In contrast to an average Wi-Fi network, Bluetooth has a limited 30-foot standard range. While the strength of the HomeSpot falls into that range,  I heard very spotty audio when multiple walls were put in between the adapter and the audio source. In the 25 to 30 foot range with a straight line of sight, the audio dropped out briefly when I walked in front of the phone. Under 20 feet, there were no issues.

Logitech Wireless Speaker Adapter: Setup

The Logitech Wireless Speaker Adapter ($35 to $40 on Amazon) is a bit more polished product, as you might expect. It has more heft than the HomeSpot—thus staying flat to the surface with cables plugged in—and slides around less due to larger rubber feet. It’s also bigger, measuring about 3-inches square, while still remaining unobtrusive. The box has a matte black finish with a fingertip-sized connect/pairing button on the top which is more conveniently located than the little button on the back of the HomeSpot.

Logitech-Wireless-Speaker-AdapterIt comes in a “frustration-lite” blister pack with a perforated back, thankfully avoiding the need to use scissors to open it. Inside the package is a 3 foot RCA Y-cable and a standard wired power adapter. While the Logitech has less pack-ins, it does have a stereo RCA output in addition to a 3.5mm jack, an improvement over the HomeSpot’s single audio output.

Pairing was also very easy and error-free in my three test cases (listed as “Logitech Adapter”), but unlike the HomeSpot, I had to press the connect button each time I needed to connect a new device or reconnect an old one. The front panel LED bar is solid red when powered, flashing green in pairing mode, and solid green when paired. The Logitech does not support NFC.

Sound Quality and Range

I experienced a couple brief dropouts with the Logitech when my phone was a mere 6 feet away from the adapter. However, with all wireless technologies, occasional dropouts are unavoidable. As with the HomeSpot, incoming calls and text messages caused a short blip in the audio.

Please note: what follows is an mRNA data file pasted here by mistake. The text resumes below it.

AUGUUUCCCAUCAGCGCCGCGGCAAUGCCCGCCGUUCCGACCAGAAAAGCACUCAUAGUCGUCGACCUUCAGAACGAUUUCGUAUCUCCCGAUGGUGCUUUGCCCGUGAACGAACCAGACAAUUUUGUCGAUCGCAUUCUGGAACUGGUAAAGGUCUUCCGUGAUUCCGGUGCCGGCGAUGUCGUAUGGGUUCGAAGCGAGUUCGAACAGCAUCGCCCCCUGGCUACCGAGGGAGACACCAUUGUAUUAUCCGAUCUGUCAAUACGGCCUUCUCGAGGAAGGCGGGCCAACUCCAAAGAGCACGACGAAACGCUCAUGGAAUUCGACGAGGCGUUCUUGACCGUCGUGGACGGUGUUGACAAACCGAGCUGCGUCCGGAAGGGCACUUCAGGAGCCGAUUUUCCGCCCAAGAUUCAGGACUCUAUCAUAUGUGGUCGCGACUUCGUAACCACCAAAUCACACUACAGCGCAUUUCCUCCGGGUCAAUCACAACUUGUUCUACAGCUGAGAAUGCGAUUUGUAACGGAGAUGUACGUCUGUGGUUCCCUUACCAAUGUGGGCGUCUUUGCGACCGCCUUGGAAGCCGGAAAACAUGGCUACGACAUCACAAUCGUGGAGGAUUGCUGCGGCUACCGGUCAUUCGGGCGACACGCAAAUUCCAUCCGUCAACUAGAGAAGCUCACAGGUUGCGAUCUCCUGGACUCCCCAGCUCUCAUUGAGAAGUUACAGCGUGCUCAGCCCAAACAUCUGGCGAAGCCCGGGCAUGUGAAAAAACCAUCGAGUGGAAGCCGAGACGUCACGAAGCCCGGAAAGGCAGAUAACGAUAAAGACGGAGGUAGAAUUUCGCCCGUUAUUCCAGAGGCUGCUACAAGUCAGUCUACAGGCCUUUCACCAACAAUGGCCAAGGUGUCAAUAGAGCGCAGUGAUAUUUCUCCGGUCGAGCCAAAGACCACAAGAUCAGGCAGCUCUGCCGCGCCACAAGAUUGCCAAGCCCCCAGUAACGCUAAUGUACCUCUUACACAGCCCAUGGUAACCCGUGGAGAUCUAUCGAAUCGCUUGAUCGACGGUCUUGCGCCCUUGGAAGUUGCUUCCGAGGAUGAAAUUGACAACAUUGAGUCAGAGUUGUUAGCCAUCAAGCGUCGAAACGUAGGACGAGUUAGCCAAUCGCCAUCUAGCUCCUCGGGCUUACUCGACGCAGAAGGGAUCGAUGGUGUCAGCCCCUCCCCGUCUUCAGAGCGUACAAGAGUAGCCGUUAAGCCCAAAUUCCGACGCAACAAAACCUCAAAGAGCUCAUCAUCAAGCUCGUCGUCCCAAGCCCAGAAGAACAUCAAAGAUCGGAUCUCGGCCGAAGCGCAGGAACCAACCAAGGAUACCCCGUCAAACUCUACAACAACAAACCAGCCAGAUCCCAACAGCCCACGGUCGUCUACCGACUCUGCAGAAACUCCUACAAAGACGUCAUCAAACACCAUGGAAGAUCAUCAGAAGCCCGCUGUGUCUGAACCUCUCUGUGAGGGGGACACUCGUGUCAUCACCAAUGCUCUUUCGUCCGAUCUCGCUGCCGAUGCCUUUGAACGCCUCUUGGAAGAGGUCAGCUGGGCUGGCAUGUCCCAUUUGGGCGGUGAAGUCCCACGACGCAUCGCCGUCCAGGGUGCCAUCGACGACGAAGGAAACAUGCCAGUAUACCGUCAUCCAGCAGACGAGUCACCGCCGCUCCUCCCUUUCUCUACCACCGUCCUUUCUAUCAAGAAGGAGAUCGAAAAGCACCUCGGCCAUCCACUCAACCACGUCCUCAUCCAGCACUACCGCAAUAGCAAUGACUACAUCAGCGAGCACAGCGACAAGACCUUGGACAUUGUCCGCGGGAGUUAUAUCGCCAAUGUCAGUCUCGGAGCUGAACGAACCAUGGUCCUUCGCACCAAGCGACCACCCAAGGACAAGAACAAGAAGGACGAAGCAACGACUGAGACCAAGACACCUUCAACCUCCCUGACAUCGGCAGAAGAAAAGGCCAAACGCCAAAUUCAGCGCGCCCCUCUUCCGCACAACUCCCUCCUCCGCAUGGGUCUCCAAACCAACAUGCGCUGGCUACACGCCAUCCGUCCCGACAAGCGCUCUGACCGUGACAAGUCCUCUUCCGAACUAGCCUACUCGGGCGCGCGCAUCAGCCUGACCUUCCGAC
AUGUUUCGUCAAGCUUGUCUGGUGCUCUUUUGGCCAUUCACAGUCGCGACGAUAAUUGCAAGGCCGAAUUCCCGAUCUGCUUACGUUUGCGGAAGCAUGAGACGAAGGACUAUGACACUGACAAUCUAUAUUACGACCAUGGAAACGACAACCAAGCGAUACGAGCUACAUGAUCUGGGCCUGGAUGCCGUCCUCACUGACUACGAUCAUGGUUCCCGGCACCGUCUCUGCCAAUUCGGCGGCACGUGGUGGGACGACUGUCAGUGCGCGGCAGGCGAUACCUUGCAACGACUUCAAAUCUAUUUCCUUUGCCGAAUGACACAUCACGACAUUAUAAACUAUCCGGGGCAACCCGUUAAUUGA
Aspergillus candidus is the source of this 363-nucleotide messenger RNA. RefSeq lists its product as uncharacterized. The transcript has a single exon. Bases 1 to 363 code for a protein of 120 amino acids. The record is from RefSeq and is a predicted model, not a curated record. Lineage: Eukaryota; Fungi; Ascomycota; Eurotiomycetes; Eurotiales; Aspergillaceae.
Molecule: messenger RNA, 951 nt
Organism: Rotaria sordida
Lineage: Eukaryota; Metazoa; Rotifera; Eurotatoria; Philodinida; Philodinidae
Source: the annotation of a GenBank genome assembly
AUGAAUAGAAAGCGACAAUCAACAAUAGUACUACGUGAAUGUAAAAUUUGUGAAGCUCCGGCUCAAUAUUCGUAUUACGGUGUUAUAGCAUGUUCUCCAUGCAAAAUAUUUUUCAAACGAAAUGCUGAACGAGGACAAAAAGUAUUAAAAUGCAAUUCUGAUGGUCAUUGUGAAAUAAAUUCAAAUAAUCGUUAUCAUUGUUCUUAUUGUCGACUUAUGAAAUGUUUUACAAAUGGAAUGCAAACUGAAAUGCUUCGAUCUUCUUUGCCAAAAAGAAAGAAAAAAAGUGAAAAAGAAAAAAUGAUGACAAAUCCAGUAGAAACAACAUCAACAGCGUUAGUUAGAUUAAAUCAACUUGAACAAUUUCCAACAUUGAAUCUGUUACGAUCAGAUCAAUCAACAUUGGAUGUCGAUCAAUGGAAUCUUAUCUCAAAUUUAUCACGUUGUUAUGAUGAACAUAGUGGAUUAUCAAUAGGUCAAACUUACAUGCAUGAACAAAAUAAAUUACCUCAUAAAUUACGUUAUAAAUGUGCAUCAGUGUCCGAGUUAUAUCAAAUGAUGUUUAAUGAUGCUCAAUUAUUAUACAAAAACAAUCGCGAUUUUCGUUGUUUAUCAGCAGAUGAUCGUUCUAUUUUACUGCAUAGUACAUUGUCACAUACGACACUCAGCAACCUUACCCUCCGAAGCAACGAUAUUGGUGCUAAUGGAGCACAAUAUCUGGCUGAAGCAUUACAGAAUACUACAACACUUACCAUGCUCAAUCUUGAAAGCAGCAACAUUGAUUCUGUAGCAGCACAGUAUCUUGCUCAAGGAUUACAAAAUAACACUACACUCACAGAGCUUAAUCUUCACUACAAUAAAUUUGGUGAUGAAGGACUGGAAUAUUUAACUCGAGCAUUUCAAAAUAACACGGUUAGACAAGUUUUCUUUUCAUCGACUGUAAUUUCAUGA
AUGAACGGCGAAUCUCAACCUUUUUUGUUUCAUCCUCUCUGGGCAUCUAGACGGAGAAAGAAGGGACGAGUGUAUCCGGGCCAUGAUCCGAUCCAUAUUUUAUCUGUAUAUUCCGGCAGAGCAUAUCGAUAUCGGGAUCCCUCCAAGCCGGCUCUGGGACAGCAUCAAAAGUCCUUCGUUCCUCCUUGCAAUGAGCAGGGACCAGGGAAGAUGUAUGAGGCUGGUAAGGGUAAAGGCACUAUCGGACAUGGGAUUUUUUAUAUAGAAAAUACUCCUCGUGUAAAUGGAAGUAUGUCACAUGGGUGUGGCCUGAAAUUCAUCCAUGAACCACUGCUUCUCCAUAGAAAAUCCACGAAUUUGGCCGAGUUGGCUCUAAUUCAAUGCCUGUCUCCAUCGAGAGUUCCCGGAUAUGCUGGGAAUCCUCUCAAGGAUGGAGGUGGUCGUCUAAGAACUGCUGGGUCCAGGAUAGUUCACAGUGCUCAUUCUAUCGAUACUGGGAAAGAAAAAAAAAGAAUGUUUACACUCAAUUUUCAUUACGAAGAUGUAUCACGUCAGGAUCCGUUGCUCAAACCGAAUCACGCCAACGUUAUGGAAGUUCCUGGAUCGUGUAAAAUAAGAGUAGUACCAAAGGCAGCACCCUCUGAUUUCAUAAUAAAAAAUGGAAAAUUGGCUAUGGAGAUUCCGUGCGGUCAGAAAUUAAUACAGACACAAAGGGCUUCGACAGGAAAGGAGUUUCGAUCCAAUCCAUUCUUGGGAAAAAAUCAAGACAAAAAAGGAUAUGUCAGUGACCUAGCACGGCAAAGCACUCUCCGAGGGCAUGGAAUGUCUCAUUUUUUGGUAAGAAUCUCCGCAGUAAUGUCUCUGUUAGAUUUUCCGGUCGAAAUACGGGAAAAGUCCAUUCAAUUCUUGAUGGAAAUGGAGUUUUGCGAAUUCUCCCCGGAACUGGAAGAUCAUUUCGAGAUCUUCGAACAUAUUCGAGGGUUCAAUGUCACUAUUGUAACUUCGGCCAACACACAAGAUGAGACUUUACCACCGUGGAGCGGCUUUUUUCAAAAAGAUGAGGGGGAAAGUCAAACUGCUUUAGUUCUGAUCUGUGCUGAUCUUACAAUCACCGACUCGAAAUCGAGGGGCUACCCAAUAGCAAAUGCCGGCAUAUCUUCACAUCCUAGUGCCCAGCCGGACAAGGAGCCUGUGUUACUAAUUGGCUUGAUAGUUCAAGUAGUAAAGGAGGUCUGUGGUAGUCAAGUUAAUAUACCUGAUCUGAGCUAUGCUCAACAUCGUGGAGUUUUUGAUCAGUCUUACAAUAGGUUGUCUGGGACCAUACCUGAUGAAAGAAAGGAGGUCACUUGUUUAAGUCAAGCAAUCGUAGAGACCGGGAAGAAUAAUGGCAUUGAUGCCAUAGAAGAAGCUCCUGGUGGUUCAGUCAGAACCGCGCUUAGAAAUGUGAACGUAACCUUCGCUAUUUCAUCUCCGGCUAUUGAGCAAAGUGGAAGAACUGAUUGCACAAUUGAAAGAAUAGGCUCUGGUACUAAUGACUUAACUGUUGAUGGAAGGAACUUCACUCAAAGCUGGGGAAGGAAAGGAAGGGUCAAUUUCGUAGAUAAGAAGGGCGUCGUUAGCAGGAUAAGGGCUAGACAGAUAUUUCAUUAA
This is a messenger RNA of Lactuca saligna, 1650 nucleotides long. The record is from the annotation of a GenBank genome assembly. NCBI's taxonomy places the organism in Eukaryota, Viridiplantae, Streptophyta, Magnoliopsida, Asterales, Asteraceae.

I felt the Logitech’s sound processing was far more preferable for compressed music, producing warmth, depth and a wide soundstage that was similar to my Philips AirPlay connection. YMMV, but if you’re looking for a more pleasing and less compressed sound, the Logitech would be my pick.

The signal on the Logitech was pretty strong between 20 to 25 feet, even with a closed door, wall or cabinets in the way, and it experienced less dropouts than the HomeSpot at those distances. However, once a couple more walls and doors came between the phone and the Logitech, the audio quickly turned very choppy.

Final Analysis

If you’re fine with the lossy compression of MP3 audio, then you’re probably fine with streaming music over Bluetooth. With its relatively low price, compatibility with most mobile devices and the convenience of wireless audio, the Bluetooth speaker adapter is a great little gadget to have.

The HomeSpot and Logitech adapters are very similar, so the choice comes down to your needs. I picked the Logitech because of a more appealing (processed) sound and RCA outputs, but if you want NFC support or prefer a “flat” sound, then the HomeSpot is a better choice.

Neither adapter has an optical out, so if you’re looking for that type of connection, I’d recommend looking at the more expensive Belkin Bluetooth HD Music Receiver ($50 at Amazon).

HomeSpot Bluetooth Receiver: 7/10

Logitech Wireless Speaker Adapter: 8/10

About Joe Warner

I'm the senior editor of The CheckOut. I am an aficionado of shiny gadgets and classic Hollywood movies and can also tell you the names of the late '80s Swedish Davis Cup team members.

2 Comments

  1. jay

    January 12, 2014 at 11:52 am

    Do you have any solution to the use of these adapters, specifically logitech’s adapter, that no longer function or pair with apple products?

    • Jeff T

      March 23, 2014 at 5:35 pm

      I’ve had problems (rare) so here’s the solution I’ve tried.

      1. Hold down the connect button for as long as it takes (30 seconds?) to produce a beep in the speakers, or show a green LED for a moment.

      2. On your bluetooth devices, remove all memory of the prior pairing to the logitech device (if any).

      3. Now push the connect button on the Logitech speaker adapter, the green LED should blink.

      4. Turn on Bluetooth on your phone or iPad or other bluetooth sender, look for the Logitech adapter to appear. The number shown is the last two digits of the MAC address. If you have only one Logitech, no confusion, if you have more than one, maybe it’s worthwhile to start from scratch on all the devices turning them on one at a time and labelling the device with some post-it note tape — I have one labelled F0 and another labelled 58.

      This should do it.

      Jeff